2006 Toyota Tundra Double-cab 4×4 Limited
Open front differential
Locking center differential
Limited-slip rear differential (OEM)
Stock and original 4.7L 2UZ-FE motor
265/70R16 (31″ Diameter X 10″ Wide)
Self-built Camper shell
Self-built sleeping platform with full-length drawers
Combination of two memory foam mattresses, total maybe 6in
Memory foam pillows
Honest Outfitters Sleeping bags
Maxxair Deluxe Fan
Camco Heavy-Duty Leveling Blocks
Coleman dual burner stove
Stainless steel kitchen kit
Alpicool C30 overland fridge
Cascade Mountain Tech Ultralight High back Chair
Nitecore NU25 headlamp
Braun Magnetic light
Lunatec hydration spray for Nalgene bottles
Silky Pocketboy 170mm Folding handsaw
Viair 88P air compressor
Maxsa Escaper Buddy recovery boards
Smittybilt Recovery strap and D rings
SOK 100Ah Lithium battery
Renogy DCC50S DC-DC charger with Alternator and MPPT Solar input
2x 100W Rich Solar rigid panels
Harbor Freight Campfire axe
Backseat delete for self-built gear platform (mtb, fridge, etc)
Ultragauge OBDII scanner
Fire extinguisher, ABC class
Gooloo 4000A Jump starter
Overlandbound member emblem
Baofeng UV-5R Radio
How did you get into overlanding?
I started my overlanding journey when I began sleeping in my 2012 Subaru Outback while camping. At some point in 2017, two co-workers and I planned a trip. The trip included a 2017 GMC Sierra Elevation, a 2006 Suzuki Grand Vitara and my Subaru. I almost got stuck and that trail was almost certainly too much for the clutch on my 6-speed manual but the campsite on the lake was worth it! I was hooked. I started outfitting that outback and buying more gear. I sold it in 2020 to get this Tundra and the only thing I miss about the Outback is the mpg.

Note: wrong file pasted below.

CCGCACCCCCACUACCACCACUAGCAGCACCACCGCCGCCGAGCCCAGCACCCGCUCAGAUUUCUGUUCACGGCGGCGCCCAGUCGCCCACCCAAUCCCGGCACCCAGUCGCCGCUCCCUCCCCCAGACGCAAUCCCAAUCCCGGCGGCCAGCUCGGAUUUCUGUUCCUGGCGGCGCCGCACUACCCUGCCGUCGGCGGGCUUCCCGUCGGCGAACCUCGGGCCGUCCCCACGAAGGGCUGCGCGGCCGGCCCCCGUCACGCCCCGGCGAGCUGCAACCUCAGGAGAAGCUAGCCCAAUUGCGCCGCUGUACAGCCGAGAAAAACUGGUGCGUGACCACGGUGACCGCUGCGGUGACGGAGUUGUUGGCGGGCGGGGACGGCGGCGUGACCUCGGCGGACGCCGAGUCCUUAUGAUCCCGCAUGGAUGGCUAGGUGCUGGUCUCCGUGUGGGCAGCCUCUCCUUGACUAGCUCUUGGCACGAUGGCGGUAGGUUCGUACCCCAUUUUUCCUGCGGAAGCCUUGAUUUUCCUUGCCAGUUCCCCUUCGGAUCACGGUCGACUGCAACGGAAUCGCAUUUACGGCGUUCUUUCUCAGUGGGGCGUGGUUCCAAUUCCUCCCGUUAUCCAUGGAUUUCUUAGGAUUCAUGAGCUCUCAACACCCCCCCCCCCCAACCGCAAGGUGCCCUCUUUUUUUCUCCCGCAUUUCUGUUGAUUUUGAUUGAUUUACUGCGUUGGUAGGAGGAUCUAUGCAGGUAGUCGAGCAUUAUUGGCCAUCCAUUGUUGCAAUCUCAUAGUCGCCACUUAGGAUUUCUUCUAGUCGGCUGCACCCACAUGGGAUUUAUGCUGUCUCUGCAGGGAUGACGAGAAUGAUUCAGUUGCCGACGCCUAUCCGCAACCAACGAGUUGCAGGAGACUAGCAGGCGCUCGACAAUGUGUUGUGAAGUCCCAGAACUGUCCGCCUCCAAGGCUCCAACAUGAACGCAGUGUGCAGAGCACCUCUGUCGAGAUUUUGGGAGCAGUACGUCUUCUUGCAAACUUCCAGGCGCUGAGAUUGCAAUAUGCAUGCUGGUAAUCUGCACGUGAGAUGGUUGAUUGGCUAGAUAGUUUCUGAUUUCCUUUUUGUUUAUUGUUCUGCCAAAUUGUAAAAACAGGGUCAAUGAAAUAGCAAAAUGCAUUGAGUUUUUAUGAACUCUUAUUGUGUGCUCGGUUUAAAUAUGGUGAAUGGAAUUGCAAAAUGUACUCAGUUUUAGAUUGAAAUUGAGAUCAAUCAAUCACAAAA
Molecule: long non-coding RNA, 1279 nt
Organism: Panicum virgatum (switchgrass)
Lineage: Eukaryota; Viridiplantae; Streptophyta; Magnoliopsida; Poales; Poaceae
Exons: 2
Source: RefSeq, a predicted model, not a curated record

What is the single item that made the biggest difference for you when overlanding?
That would be the mattress. Ever since I started sleeping in my car, I was using the usual inflatable camping pads. It works and I was able to sleep but it didn’t feel that great. Now that I have the memory foam mattress it feels like home and we sleep so much better which makes for a significantly better experience on longer trips!
Why do you overland?
There’s multiple reasons for me. I like being in nature and I like vehicles, for sure. I like driving too, but I think the main reason is for the exploration. Yes we have maps, GPS and all the tech, but at the end of the day you don’t really know what is going to happen and what you will face. The best feeling is when you find a gem that you were not expecting or when you face some trouble (obstacle, failure, tree in the road, etc) and overcome it. Most travel these days is getting to some place by plane or highway, the fastest way possible. When overlanding, the destination is only a small part of the trip.